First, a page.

Teenage Alan Tracy (Brady Corbet) longs to be a heroic Thunderbird, just like his brothers and his dad (Bill Paxton), but naturally he's perceived as being not quite ready for the responsibility. So while his family is off saving the world in their dazzling rocketships, or analyzing data in their high-tech island lair, young Alan laments his lot in life with nerdy young pal Fermat (Soren Fulton). Enter bald bad guy The Hood (Ben Kingsley), an almost Bond-worthy villain with plans of robbing the major banks of the world and framing the Thunderbirds in the process. After some Hood-related sabotage strands the Thunderbirds in deep space for most of the film, it's up to Alan, Fermat, and teenage love interest TinTin (Vanessa Anne Hudgens) to take care of things.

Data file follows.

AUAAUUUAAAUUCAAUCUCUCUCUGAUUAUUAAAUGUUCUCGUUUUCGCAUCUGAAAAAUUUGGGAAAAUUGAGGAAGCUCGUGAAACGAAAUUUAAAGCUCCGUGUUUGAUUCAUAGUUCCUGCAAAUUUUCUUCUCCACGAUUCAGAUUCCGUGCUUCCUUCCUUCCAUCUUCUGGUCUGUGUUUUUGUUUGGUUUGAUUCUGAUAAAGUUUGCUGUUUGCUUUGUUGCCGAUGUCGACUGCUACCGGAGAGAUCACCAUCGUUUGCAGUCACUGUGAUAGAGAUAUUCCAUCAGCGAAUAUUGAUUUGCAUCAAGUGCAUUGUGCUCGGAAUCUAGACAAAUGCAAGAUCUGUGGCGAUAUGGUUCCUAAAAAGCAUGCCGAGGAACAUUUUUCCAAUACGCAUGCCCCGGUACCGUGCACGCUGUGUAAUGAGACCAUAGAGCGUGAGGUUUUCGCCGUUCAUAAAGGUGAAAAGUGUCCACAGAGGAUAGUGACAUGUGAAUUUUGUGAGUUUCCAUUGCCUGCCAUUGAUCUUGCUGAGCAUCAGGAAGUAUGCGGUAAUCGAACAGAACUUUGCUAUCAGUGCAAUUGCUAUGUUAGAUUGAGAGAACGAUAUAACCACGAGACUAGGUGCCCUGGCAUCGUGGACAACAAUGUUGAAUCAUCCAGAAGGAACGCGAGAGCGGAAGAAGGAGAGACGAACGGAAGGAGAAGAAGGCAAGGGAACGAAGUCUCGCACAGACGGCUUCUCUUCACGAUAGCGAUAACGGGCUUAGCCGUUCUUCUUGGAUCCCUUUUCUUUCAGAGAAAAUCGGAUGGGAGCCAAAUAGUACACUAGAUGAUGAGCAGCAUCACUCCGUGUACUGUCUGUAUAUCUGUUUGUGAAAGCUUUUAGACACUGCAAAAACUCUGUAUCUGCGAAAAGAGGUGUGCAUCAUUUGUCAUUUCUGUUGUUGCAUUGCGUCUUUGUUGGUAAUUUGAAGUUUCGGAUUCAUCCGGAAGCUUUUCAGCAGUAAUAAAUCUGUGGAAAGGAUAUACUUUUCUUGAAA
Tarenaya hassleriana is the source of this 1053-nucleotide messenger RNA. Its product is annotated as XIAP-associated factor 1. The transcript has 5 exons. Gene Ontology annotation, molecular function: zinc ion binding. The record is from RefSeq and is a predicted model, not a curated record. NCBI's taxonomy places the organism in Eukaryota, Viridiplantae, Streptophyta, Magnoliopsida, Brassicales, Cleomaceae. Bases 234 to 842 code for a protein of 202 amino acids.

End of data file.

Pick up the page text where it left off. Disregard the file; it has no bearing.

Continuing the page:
As the de facto heroes, Corbet, Fulton, and Hudgens have to carry the bulk of the tale, but Frakes has put together an interesting cast, most notably with the likes of Paxton and Kingsley. An accomplished screen presence like Kingsley, decked out here in a weird red kimono, seems to be having a jolly good time as the campy/threatening The Hood, even when he has to resort to some laughably bad "mind control" gyrations. There's also Anthony Edwards (E.R.) reverting back to his Revenge of the Nerd days as Brains, the stuttering scientist sidekick of the Thunderbirds, and Sophia Myles (Underworld) as the eternally pink sexy crime fighter Lady Penelope, who travels around in her flashy Fab1 roadster that turns into a flying car at the flip of a switch.